Bare Remembrance


Please accept my submission for Friday Fictioneers for 11 April 2014.  Forgive me if this one is dark.


Bare Remembrance


gray dawnBlackness became watery light. Pounding turned to bird songs. Firmness twisted to shaking.

She swam upward. Fear stabbed her soul. Her arm shot out…emptiness. Cold sheets.

Sitting up, the sheets slithered down. The strange room swayed. She shivered, covering herself, and fell back.

The night before…their honeymoon night…April fought with Christopher. Furious, she ran out. A cab took her to…the waterfront.

The wine was sweet…free drinks appeared. The stranger sympathized. They danced and laughed. He asked about the ring.

She looked at her bare left hand.  She found the phone.  “I’m sorry.”

Christopher hung up.



35 thoughts on “Bare Remembrance

  1. I liked the juddering style of this – fit with dreams and memories and guilt piling on top of each other. The last sentence was a bit of a let down, to be honest, by comparison.

  2. It’s a good story, Silent. You definitely have the talent. Now, let’s hone it some. It’s re-write time! The more you try, the better you’ll get.
    Think about what you REALLY want to say in this and try it again. You can do it!!! 🙂

  3. You obviously changed the ending as I realized after reading the comments. I like your descriptions, too, very realistic. The ending still bothers me. How would she have a stranger’s phone number? It doesn’t sound like the kind of “relationship” where he would give out his number, especially if he were going to steal her ring. It seems that the consequence would be knowing she’d lost the ring and possibly her fiancee, if she even wants him now.


    • In the original ending, the phone rang and she sicked up. (Only people didn’t know what sicked up meant). And they weren’t happy with it.

      So, I decided she would call her new groom. But, he would hang up on her. I could fix that by inserting names.

      Would that change your thoughts on the ending?

      • I wondered whether that’s what you meant but since you had “he” as the stranger and then “he” again, I wasn’t sure. BTW, I know what “sicked up” means but I think that would really bring down the tone of the story. I also don’t know if I liked the “begged” part. But what about “She found the phone. “Paul? Please…” He hung up.” Of course you’d have to introduce his name earlier. Yes, I think that would work better and it would be much more clear.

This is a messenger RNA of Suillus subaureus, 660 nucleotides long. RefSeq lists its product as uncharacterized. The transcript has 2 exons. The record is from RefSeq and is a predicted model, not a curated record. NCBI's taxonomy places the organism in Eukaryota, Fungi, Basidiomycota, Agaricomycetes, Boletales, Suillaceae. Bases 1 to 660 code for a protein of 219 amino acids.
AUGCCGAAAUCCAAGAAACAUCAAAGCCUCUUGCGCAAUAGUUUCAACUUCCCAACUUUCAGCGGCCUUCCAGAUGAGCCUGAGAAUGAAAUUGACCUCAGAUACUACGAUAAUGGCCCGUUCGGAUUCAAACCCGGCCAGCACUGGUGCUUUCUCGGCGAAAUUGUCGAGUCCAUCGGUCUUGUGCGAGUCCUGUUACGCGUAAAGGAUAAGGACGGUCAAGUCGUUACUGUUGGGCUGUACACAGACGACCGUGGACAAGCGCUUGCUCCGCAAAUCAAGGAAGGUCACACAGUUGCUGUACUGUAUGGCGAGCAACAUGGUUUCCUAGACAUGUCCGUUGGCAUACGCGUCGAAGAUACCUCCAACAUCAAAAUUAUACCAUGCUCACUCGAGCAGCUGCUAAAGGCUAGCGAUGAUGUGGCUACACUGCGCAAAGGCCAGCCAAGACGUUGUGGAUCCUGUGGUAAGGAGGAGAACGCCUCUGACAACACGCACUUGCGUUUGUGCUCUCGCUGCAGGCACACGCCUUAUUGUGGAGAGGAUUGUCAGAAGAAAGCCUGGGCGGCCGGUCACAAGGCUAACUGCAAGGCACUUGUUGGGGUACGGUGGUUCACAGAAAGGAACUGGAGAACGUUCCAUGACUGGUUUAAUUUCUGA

• Okay…thank you for your help. I will wait a little while to see if anyone else comments.

        I’m amazed at how many people commented – easily the most I’ve ever had.

        Maybe I was doing it right before, and messed this one up. Ha

  4. I really enjoyed the style of this piece. The reader is very much in the main character’s head, seeing what she’s seeing ,feeling what she’s feeling, and then having it dawn on her and us just exactly what she has done. Skimming through the other comments shows that people have given you suggestions for clarity and such, which you seem to have followed, because I think it reads really well. Nice work!

  5. Oh yes.. the beginning of a life-time of regret.. confirmed by that hanging up … I think it works well… maybe it would have been ever more effective if she never made the call… but I god a lump in my throat after reading this.

  6. Dear Silent,

    A well written tale of regret. As I didn’t read the original ending, I’ll say that I do like this one. Haunting and sad. No need to apologize for writing “dark”. When you’ve evoked any emotion from your reader it’s good. 😉



    • Rochelle, Your words are very kind. Not only have I never received so many comments on a story before, I had never had any one suggest I make changes. I was most flattered and a little flustered. Thank you for hosting Friday Fictioneers. Silent

  7. I thought this was a very sad story but also realistic. These things happen to people. I guess enough people have commented on the form so I’ll just say that I think you have talent and should definitely keep writing. Of course, I’m not the real judge of that. I just know what I like. Good story.

    • Hi patricia,

      I hope you liked the story, even though it was sad. I usually write happy ever after, but the picture and the image popping into my head didn’t go that way. I appreciate your words of encouragement.

      Thank you,


  8. A great job with the prompt-loved the details you added to add to the “feel” of the story!Sad that a new relationship soured just because of a small fight.

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